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Mar 9, 201708:00 AM
Haute Plates

Our weekly blog on the New Orleans fine dining scene

Gelato on Freret

It has become cliché to say that this street or that street is the “new Magazine” for restaurants, but I’ll be damned if it’s not pretty accurate when it comes to Freret Street. It’s fascinating to have watched the transformation of the stretch of the street between Napoleon and Jefferson avenues over the last few years. From the date places like Cure, High Hat Café and Ancora Pizzeria opened, smart money was on developers following, but I’m not sure anyone predicted the extent of the growth. Late last year, Piccola Gelateria joined Freret Beer Room, Bar Frances, Halal Guys and Blaze Pizzeria as the most recent bar/restaurants to open.

Piccola is located at 4525 Freret St., #103, in the same development that houses Bar Frances. The welcoming space offers house-made gelato, espresso, piadine (flatbread sandwiches) and crepes. Ria and Ross Turnbull are the owners, and it’s clearly a family business. When I first visited, both proprietors were on-site, cooking and serving.

Ria, who is originally from Sarajevo, told me they have a total of about 400 different gelato recipes. Classic flavors like hazelnut, pistachio and, of course, chocolate and vanilla are always available. They offer 18 choices at a time, and change the selection of specialty flavors frequently; as they run out of one, they simply replace it with something new.

The interior is designed towards comfort, with couches, wide-backed leather chairs and low coffee tables on one wall, and more standard sized tables on another. There’s also seating on the porch that fronts Freret Street, and I can see those seats being prize real estate during warmer months.

I fell in love with gelato when I visited Italy as a student in the late 1980’s. I hit a lot of gelateria during the weeks I was there, and while I wouldn’t call myself an expert, I did come upon a method of determining whether a place was worth my time: I tried the vanilla. If that passed my wildly subjective test, I figured they knew what they were doing. The vanilla at Piccola passes my test, as do the chocolate, the salted peanut and the amarena-cherry. More importantly, perhaps, my kids loved all four flavors as well.

Piadine include a breakfast option with an over-medium egg, ham, greens and Stracchino cheese; one with smoked turkey, fresh Burrata and heirloom tomato; and a vegetarian option with tomato, greens, and both Stracchino and Burrata cheeses. Savory crepes have similar fillings, but you can also get them with any flavor of gelato, Nutella or butter and sugar.

Piccola is open 9 a.m. to 9 p.m., Tuesday through Thursday and Sunday, and until 10 p.m. on Friday and Saturday. Call 954-617-8141 to find out what seasonal flavors of gelato they have today.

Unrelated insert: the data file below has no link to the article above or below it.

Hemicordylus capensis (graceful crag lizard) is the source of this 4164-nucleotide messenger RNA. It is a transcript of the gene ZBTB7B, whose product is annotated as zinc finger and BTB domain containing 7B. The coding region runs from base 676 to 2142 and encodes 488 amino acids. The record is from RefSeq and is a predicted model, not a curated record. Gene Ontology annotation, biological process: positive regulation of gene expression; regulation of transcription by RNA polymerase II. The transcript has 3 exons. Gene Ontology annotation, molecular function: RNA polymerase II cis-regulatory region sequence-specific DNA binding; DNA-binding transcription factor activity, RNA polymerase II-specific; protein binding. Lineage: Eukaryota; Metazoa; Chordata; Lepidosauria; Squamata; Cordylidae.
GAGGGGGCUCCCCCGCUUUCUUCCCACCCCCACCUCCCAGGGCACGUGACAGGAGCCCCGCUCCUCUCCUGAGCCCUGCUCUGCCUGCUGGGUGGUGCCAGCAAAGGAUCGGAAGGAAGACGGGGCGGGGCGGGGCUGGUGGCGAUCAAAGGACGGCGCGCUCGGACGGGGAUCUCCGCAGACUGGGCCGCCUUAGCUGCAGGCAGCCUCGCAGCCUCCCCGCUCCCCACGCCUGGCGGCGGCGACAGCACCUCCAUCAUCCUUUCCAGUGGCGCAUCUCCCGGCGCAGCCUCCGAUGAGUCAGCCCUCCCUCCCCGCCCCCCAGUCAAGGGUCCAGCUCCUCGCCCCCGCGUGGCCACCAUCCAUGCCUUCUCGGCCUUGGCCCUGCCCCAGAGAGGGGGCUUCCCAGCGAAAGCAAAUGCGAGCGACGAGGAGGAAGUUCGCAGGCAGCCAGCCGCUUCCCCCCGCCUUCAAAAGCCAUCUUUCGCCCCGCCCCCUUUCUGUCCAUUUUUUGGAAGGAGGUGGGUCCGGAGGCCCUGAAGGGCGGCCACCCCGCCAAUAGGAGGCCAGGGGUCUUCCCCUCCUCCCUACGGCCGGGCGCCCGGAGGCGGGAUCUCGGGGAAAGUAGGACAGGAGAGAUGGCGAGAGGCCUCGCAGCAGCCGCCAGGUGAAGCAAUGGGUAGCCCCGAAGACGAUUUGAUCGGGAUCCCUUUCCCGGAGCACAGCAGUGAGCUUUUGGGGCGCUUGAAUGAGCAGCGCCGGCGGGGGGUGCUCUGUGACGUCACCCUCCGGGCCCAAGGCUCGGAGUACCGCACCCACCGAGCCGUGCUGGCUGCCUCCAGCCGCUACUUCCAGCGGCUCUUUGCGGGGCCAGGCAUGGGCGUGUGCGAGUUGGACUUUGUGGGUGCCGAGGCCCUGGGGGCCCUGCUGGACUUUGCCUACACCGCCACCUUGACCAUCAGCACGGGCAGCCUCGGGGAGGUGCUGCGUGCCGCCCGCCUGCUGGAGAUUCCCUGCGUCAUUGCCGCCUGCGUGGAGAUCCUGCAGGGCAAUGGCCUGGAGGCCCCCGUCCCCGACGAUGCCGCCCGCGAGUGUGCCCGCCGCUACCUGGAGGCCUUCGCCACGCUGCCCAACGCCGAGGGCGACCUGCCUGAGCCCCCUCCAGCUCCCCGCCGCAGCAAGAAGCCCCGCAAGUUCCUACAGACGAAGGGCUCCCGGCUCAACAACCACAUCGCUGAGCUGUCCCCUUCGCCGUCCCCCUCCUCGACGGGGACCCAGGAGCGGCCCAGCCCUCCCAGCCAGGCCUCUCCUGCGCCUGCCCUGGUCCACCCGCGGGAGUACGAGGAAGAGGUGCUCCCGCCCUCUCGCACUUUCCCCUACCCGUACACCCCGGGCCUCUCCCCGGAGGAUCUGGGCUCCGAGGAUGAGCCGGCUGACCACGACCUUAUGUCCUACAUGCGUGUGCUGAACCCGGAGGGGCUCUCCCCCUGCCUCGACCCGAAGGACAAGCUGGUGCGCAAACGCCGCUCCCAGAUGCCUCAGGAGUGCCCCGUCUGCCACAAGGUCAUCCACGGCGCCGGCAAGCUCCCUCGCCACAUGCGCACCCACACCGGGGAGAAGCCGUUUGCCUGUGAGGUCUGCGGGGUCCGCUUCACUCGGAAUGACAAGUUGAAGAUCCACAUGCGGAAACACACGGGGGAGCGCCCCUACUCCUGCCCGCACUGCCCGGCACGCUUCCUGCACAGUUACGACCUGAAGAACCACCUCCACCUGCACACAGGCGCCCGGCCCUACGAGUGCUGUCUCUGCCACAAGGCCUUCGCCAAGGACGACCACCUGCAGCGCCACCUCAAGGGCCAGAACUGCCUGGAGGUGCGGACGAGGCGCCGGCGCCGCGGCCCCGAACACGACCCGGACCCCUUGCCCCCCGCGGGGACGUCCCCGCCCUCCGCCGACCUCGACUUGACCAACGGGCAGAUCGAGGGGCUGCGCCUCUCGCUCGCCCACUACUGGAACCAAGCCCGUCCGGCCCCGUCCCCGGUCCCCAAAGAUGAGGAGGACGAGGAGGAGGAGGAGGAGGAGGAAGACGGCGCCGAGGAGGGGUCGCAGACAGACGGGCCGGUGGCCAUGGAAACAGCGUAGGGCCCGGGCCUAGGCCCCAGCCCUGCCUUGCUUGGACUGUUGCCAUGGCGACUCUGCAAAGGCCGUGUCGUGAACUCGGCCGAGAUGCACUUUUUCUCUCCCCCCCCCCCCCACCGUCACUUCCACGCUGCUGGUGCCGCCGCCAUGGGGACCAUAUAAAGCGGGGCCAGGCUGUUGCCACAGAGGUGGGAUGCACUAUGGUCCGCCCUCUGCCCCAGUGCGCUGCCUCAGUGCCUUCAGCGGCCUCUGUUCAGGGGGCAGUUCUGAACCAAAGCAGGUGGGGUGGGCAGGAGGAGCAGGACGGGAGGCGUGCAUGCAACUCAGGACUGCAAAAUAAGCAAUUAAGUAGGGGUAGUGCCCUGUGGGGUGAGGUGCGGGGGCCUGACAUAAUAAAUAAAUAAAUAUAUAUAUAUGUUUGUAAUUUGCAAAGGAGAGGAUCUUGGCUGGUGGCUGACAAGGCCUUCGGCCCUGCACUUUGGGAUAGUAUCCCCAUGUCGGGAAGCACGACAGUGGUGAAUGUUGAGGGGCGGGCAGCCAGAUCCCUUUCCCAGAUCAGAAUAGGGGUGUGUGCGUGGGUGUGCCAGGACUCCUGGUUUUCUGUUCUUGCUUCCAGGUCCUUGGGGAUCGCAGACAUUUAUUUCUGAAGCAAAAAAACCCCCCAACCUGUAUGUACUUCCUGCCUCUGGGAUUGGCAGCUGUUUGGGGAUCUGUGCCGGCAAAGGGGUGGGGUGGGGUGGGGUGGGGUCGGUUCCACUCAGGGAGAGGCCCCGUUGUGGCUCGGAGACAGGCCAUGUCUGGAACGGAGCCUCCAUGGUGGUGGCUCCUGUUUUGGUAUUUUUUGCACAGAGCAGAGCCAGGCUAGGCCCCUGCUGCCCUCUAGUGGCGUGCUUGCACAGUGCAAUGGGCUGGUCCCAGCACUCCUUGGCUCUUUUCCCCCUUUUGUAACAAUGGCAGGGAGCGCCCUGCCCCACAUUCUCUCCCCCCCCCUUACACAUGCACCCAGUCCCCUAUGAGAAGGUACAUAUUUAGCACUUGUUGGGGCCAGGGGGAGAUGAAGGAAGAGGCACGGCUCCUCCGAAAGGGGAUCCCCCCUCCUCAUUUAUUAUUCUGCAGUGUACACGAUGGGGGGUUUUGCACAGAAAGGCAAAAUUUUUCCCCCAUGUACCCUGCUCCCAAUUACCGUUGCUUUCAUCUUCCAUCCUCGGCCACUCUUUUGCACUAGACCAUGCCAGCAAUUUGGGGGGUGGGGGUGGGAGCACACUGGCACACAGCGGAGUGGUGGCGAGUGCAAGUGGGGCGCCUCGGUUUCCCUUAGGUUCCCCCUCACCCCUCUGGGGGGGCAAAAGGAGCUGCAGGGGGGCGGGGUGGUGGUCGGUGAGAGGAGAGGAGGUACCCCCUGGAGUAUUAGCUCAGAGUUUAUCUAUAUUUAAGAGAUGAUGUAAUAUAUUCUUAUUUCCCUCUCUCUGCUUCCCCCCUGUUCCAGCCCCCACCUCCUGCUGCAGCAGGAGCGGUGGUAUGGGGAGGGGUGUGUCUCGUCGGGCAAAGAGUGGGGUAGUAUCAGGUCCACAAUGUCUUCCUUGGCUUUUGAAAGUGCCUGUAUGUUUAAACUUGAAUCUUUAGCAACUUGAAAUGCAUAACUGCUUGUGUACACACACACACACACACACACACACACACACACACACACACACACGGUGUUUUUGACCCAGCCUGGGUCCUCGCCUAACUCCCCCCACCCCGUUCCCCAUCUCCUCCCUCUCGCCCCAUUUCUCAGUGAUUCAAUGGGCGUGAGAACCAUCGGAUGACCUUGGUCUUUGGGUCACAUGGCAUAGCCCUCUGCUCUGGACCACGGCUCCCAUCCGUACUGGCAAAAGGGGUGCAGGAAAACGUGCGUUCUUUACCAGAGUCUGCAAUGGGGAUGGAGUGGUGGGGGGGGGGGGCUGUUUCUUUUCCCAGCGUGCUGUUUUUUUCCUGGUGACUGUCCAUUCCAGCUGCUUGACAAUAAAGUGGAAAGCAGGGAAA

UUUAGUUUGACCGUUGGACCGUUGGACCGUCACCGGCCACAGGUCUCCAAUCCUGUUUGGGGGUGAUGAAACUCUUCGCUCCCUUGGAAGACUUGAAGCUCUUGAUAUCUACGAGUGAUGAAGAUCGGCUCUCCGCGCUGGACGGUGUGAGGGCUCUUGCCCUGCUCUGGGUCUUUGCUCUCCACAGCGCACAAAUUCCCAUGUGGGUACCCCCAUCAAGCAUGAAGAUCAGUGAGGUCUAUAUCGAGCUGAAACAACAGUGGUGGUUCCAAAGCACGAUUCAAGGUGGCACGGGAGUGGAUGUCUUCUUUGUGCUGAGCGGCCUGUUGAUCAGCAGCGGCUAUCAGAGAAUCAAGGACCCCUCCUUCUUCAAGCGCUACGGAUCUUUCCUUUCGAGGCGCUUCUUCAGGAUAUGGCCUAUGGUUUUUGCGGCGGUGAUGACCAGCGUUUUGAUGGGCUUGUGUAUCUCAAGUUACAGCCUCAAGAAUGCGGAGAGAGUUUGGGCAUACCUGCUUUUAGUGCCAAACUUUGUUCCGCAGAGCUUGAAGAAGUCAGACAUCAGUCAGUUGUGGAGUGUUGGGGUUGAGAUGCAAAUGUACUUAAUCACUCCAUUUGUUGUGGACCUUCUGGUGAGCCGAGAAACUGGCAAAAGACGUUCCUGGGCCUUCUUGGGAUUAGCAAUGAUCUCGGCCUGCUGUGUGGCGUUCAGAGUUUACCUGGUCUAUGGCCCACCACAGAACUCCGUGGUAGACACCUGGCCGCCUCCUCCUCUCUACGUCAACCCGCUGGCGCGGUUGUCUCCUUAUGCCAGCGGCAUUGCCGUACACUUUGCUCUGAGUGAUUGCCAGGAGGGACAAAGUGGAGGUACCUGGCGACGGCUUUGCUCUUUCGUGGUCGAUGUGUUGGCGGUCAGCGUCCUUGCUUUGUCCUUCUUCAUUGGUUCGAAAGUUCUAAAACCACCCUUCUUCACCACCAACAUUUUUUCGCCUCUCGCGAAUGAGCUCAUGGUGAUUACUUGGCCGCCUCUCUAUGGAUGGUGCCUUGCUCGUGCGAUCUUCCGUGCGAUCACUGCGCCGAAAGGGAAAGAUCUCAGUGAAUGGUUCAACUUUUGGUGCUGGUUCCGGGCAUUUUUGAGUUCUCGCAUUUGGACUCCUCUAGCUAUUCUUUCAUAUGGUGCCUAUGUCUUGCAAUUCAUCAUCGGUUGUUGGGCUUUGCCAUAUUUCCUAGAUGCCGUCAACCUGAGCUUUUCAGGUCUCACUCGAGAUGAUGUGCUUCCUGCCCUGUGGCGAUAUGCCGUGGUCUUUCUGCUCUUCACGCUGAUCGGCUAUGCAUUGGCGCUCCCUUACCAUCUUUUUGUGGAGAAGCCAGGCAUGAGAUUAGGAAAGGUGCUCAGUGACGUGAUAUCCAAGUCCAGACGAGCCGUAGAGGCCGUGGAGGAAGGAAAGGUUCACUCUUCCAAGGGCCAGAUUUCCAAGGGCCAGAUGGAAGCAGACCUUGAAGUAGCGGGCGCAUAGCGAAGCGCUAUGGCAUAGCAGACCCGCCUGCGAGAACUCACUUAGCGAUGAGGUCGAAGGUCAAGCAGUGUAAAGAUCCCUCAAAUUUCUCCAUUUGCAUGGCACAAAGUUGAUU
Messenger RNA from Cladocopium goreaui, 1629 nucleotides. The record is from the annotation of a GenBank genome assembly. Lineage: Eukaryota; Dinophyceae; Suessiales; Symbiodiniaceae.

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Haute Plates

Our weekly blog on the New Orleans fine dining scene

about

Robert D. Peyton was born at Ochsner Hospital and, apart from four years in Tennessee for college and three years in Baton Rouge for law school, has lived here his entire life. He is a strong believer in the importance of food to our local culture and in the importance of our local food culture, generally. He has practiced law since 1994, and began writing about food on his website, www.appetites.us, in 1999. He mainly wrote about partying that year, obviously.

In 2006, New Orleans Magazine named Appetites the best food blog in New Orleans. The choice was made relatively easy due to the fact that Appetites was, at the time, the only food blog in New Orleans.

He began writing the Restaurant Insider column for New Orleans Magazine in 2007 and has been published in St. Charles Avenue, Louisiana Life and New Orleans Homes and Lifestyles magazines. He is the only person he knows personally who has been interviewed in GQ magazine, albeit for calling Alan Richman a nasty name. He is not proud of that, incidentally. (Yes, he is.)

Robert’s maternal grandmother is responsible for his love of good food, and he has never since had fried chicken or homemade biscuits as good as hers. He developed his curiosity about restaurant cooking in part from the venerable PBS cooking show "Great Chefs" and has an extensive collection of cookbooks, many of which do not require coloring, and some of which have not been defaced.

Robert lives in Mid-City with his wife Eve and their three children, and is fond of receiving comments and emails. Please humor him.

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